The next step is the County Commission meeting on December 7. The commission will consider Gypsum Resources’ application and concept plan, taking into account the planning commission’s and Red Rock Community Advisory Council’s advice to deny.
But in a town built on gambling and construction, odds favor developers.
“I sympathize with people who would like to see just nature, open space,” Krater says. “But it was never going to be that. … Every square inch of that property could be developed. This proposal suggests an alternative to that.”
Indeed, the new concept, scaled back from Rhodes’ original proposal, incorporates the conditions the county previously demanded. Commissioner Susan Brager, whose district includes Red Rock and who was Save Red Rock’s biggest ally last time around, is serving her final term, so voters have lost reelection leverage with her. And, perhaps most daunting, Gypsum now has Jay Brown on its side.
“Over the last few days, I’ve had conversations with people asking, ‘How do you beat Jay Brown?’ and people just shake their heads,” attorney Jones says.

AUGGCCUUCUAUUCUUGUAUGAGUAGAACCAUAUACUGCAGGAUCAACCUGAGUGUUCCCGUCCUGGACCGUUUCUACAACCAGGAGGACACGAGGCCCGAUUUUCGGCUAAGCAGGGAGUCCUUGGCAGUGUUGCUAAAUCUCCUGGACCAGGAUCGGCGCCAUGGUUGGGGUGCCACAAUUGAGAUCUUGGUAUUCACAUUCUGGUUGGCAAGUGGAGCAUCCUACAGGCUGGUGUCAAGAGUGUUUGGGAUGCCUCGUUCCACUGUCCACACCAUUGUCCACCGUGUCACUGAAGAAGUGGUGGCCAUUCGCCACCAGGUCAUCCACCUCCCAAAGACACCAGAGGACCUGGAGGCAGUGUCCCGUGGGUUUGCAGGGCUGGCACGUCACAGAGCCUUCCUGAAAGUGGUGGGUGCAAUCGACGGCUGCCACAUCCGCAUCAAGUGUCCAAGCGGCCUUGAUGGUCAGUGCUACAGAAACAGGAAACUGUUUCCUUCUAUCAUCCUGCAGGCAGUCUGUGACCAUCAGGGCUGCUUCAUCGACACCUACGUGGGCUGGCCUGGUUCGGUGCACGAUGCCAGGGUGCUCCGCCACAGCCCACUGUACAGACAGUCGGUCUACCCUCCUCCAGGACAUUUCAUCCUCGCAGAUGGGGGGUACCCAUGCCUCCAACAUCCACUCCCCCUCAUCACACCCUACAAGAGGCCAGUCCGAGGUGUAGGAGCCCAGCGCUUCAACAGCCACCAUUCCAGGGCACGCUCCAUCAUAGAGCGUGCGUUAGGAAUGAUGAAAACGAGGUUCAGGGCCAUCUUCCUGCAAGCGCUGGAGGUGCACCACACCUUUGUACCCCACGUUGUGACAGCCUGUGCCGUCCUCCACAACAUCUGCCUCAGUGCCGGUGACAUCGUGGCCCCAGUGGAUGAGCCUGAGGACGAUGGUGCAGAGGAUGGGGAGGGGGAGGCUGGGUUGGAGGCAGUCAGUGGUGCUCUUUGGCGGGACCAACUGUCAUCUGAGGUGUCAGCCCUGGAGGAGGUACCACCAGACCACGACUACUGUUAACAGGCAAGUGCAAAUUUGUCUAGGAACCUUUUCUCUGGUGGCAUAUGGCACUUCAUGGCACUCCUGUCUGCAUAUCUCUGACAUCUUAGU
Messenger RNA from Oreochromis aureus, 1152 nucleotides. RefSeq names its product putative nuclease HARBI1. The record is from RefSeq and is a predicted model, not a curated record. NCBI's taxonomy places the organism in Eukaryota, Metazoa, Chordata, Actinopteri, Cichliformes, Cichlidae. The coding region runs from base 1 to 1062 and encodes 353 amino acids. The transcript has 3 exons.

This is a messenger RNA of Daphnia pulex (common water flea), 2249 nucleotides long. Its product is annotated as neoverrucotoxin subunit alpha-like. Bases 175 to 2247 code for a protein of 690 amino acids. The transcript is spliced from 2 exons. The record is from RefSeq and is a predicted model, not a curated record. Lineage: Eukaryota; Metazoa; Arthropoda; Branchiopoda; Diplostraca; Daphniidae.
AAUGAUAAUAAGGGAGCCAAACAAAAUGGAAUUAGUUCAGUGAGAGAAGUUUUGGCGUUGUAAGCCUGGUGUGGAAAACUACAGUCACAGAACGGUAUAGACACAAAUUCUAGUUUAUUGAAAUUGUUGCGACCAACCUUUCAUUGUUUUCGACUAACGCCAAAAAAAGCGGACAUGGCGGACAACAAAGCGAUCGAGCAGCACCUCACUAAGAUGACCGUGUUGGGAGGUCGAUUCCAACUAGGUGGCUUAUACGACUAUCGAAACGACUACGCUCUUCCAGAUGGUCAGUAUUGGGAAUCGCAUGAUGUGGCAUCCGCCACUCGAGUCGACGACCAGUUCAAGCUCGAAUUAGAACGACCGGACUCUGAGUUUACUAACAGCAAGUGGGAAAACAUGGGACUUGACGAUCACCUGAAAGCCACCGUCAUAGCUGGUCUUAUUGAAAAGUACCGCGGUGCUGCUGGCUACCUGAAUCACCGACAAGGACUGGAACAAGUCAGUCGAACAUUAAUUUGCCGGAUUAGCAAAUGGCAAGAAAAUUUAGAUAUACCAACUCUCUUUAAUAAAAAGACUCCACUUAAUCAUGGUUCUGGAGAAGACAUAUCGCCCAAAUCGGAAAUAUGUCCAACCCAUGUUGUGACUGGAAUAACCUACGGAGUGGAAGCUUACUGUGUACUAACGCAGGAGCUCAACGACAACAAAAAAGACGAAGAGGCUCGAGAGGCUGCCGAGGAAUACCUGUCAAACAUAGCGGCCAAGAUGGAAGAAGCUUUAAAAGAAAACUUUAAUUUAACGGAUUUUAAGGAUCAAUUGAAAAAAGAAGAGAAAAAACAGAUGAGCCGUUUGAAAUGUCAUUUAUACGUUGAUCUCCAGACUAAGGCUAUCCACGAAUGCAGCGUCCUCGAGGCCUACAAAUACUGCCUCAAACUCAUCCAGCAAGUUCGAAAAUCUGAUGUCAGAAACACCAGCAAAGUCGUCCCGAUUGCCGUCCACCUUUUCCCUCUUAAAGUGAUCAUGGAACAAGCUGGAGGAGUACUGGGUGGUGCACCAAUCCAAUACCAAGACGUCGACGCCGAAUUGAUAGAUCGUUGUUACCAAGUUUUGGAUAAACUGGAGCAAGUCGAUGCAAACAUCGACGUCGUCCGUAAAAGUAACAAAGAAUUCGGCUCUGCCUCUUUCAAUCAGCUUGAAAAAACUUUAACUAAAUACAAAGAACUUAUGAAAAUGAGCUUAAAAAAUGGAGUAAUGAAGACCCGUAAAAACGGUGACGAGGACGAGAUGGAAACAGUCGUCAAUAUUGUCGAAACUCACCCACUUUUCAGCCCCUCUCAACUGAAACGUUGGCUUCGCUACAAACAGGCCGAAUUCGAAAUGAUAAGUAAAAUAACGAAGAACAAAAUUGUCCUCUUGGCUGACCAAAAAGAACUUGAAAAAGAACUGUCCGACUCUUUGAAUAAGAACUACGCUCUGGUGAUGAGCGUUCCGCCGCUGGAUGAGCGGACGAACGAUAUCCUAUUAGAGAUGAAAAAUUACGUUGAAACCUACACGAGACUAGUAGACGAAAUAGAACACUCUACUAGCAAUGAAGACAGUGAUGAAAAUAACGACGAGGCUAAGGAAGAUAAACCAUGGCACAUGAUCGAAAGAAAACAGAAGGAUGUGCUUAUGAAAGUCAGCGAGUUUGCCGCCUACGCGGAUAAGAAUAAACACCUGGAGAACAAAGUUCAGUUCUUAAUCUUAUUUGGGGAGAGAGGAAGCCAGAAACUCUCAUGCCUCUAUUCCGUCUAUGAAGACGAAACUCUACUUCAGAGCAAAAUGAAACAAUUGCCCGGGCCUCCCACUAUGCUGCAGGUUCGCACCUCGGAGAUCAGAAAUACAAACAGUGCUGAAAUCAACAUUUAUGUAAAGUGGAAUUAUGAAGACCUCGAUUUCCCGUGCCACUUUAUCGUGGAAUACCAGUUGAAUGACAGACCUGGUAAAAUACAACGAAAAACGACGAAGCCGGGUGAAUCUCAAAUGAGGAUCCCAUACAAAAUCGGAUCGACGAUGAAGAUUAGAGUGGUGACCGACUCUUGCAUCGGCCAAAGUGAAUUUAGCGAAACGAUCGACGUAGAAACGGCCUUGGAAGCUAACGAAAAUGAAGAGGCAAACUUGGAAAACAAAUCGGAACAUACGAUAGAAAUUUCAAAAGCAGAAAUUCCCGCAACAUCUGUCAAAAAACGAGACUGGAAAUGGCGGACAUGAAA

But as the October 18 meeting showed, Jones has a few tricks up his sleeve, such as pointing out Gypsum’s lack of contiguous parcels for a coherent design, a county requirement. And the project’s enormous unpopularity could have political ramifications beyond the district and term in question.
Fisher was energized following Save Red Rock’s October 18 win: “We will now take the fight to the Clark County Commission, where we hope that they will show the same courage in standing up for the people and for Red Rock Canyon that the Planning Commission showed.”